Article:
- The Hunger Games: Mockingjay – Part 2 received mixed reviews, with some feeling that the ending was anticlimactic and focused too much on action sequences.
- The Hunger Games: Mockingjay – Part 1 lost some of its allure by moving away from the Hunger Games and splitting the final book in two, but it deepened the Everdeen family dynamic.
- The Hunger Games: Catching Fire is considered the strongest film in the franchise, with amplified energy, higher stakes, and a breathtaking arena for the Quarter Quell Hunger Games.
Of the five Hunger Games movies in the franchise, they all rank fairly high among fans, but some are certainly better than others. The original movies brought the world of Panem to life, and they also made Jennifer Lawrence a household name. The Hunger Games book series by author Suzanne Collins has gained an immense fan following since its debut in 2008, and it didn’t take long for Lionsgate to acquire the movie rights to the trilogy. But as with all beloved book series, there’s often hesitation when it comes to transforming pages to the big screen. The Hunger Games movies ranked show some adaptations were better than others.
The movies followed Katniss Everdeen (Lawrence), the scrappy teen from District 12 who bravely volunteered to take her sister’s spot in the Hunger Games. Katniss used her experience to revolt against the Capitol and, in turn, she started an uprising. The franchise has since expanded with the first prequel movie The Hunger Games: The Ballad of Songbirds & Snakes, which follows a young Coriolanus Snow (Tom Blyth) and Lucy Gray Baird (Rachel Zegler) during the 10th Hunger Games. The Hunger Games movies ranked from worst to best also highlight the success of this franchise even as it grows and evolves.
5 The Hunger Games: Mockingjay – Part 2
It’s extremely difficult to satisfy everybody when it comes to the final film in a major franchise. Unfortunately, The Hunger Games: Mockingjay – Part 2 showed that all too well. There were a lot of high expectations for director Francis Lawrence to appropriately close out the final chapter of Katniss’ story, but there was a sense from many people that this ending felt anticlimactic. The storyline at this point was grim, yet the movie focused too much on action sequences rather than character interactions. There is also a sense that what happens to Panem after The Hunger Games‘ Second Rebellion would have been a more interesting story.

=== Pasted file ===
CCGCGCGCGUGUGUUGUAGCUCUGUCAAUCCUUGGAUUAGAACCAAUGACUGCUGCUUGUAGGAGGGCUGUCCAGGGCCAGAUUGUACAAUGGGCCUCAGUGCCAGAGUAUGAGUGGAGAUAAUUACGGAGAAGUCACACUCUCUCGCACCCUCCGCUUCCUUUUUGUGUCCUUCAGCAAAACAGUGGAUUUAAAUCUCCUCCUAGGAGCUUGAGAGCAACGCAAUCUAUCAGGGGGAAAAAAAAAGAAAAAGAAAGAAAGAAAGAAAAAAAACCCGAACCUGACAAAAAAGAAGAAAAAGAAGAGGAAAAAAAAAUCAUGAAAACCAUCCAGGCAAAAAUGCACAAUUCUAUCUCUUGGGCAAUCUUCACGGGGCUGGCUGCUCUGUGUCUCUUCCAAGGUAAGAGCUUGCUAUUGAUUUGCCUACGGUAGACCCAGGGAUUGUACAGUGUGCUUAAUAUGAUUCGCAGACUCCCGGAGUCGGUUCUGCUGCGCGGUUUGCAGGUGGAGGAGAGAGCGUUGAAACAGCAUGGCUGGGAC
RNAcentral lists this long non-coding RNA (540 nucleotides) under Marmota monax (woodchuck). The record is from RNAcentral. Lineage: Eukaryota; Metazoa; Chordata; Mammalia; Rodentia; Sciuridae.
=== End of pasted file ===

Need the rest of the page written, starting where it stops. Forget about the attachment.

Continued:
This isn’t to say that Mockingjay – Part 2 was a horrid film. It was still very watchable and did build to a striking climax where Katniss finally got her chance to take down the Capitol. The fierce heroine took down Panem’s most dangerous leaders, but she lost a lot along the way; broken relationships, trauma from her experience in multiple Hunger Games, and witnessing the death of Prim took a toll on Katniss. Lawrence sells the grief of the franchise’s hero, but Katniss’ suffering makes it hard to imagine she could ever have a happy ending.
4 The Hunger Games: Mockingjay – Part 1
The Hunger Games: Mockingjay – Part 1 marks the point where the franchise turned, becoming an all-out war movie as the Second Rebellion kicks off. Unfortunately, while the performance of Lawrence and the stellar supporting cast ramped up the energy, the film was mainly concerned with moving pieces around the board and lost some of its allure by stepping away from the Hunger Games. By not featuring a Hunger Games for the first time in the franchise, Mockingjay – Part 1 lacked the thrill that made the first two movies so great. Splitting the final Hunger Games book in two also left the feeling that this movie was treading water in saving the big moments for the end.
However, the glimpse inside the rebellion and its various players was an interesting new direction to take the franchise in and helped to explore Panem. It was also refreshing to see some of the core characters have a chance to interact properly once again. Except for brief sequences at the beginning of the first two movies, Katniss barely had time with her family. Mockingjay – Part 1 put Katniss’ relationship with her sister and mother at the forefront, which deepened the Everdeen family dynamic ahead of the bigger twists to come. And while Peeta was held captive and brainwashed for most of the movie, Katniss was able to spend valuable time with Gale, something that fans had been wanting since the first movie.